Instead if he went to the L.A. Chargers, he would have the ability to compete for a championship in year one of his NFL career. They were the 11th best team at protecting the quarterback last season and have a multitude of offensive weapons, especially if they re-sign a few key free agents. The Chargers have two 1,000-yard receivers under contract for next season in Keenan Allen and Mike Williams. If the Chargers can re-sign Hunter Henry, and one of their top two running backs in Melvin Gordon or Austin Ekeler then the Chargers should have enough fire power on offense to challenge even the best NFL defenses.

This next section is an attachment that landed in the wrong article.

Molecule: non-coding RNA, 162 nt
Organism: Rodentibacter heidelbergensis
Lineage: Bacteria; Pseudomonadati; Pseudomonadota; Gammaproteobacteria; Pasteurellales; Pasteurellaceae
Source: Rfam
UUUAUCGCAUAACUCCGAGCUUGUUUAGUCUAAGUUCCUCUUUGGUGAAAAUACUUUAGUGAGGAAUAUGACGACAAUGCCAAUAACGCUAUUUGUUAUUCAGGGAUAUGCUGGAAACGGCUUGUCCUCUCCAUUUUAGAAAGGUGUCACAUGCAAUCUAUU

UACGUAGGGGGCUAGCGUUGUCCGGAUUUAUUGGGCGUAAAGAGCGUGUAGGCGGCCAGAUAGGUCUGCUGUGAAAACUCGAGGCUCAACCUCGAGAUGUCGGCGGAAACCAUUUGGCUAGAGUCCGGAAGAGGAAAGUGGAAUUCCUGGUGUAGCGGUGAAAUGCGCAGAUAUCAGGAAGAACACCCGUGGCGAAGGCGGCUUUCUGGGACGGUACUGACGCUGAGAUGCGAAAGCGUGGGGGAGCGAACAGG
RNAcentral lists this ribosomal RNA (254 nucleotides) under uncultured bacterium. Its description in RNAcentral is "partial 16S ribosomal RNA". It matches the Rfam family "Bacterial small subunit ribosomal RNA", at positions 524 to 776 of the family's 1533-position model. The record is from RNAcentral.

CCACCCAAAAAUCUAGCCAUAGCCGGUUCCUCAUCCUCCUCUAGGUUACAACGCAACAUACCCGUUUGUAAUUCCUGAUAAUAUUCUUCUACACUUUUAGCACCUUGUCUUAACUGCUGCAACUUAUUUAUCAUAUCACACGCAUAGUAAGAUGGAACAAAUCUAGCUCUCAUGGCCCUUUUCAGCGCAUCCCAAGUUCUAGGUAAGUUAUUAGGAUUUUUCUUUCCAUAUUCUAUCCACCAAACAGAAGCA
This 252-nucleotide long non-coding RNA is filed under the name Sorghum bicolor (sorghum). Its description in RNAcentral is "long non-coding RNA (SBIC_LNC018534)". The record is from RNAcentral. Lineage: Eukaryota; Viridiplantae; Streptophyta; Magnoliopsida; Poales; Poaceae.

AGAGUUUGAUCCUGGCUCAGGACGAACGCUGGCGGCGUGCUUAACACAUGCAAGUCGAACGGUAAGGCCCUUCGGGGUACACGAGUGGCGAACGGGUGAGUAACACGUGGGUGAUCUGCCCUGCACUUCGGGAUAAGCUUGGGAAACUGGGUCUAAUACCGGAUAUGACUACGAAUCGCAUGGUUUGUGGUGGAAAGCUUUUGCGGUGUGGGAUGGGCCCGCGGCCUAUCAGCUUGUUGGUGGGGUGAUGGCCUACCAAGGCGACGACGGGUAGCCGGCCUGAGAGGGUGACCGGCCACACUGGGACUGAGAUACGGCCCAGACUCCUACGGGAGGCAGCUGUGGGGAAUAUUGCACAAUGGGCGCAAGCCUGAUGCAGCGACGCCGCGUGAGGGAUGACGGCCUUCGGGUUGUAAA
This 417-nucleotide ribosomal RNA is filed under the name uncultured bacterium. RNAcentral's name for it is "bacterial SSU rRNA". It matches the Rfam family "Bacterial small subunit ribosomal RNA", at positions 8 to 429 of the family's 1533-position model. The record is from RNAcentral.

A realistic trade offer that I think would convince the Bengals to part ways with the #1 overall pick and make this trade happen, would be if the Chargers sent Cincinnati their #6 and #37 overall picks in this year’s draft. Along with their first and second round picks in the 2021 NFL draft and their 3rd round pick in the 2022 NFL draft. This collection of draft picks was not chosen at random. After looking at what teams have had to trade, in order to move up and get the quarterback they desire in past drafts, this is what I believe it will take to make Joe Burrow a Los Angeles Charger.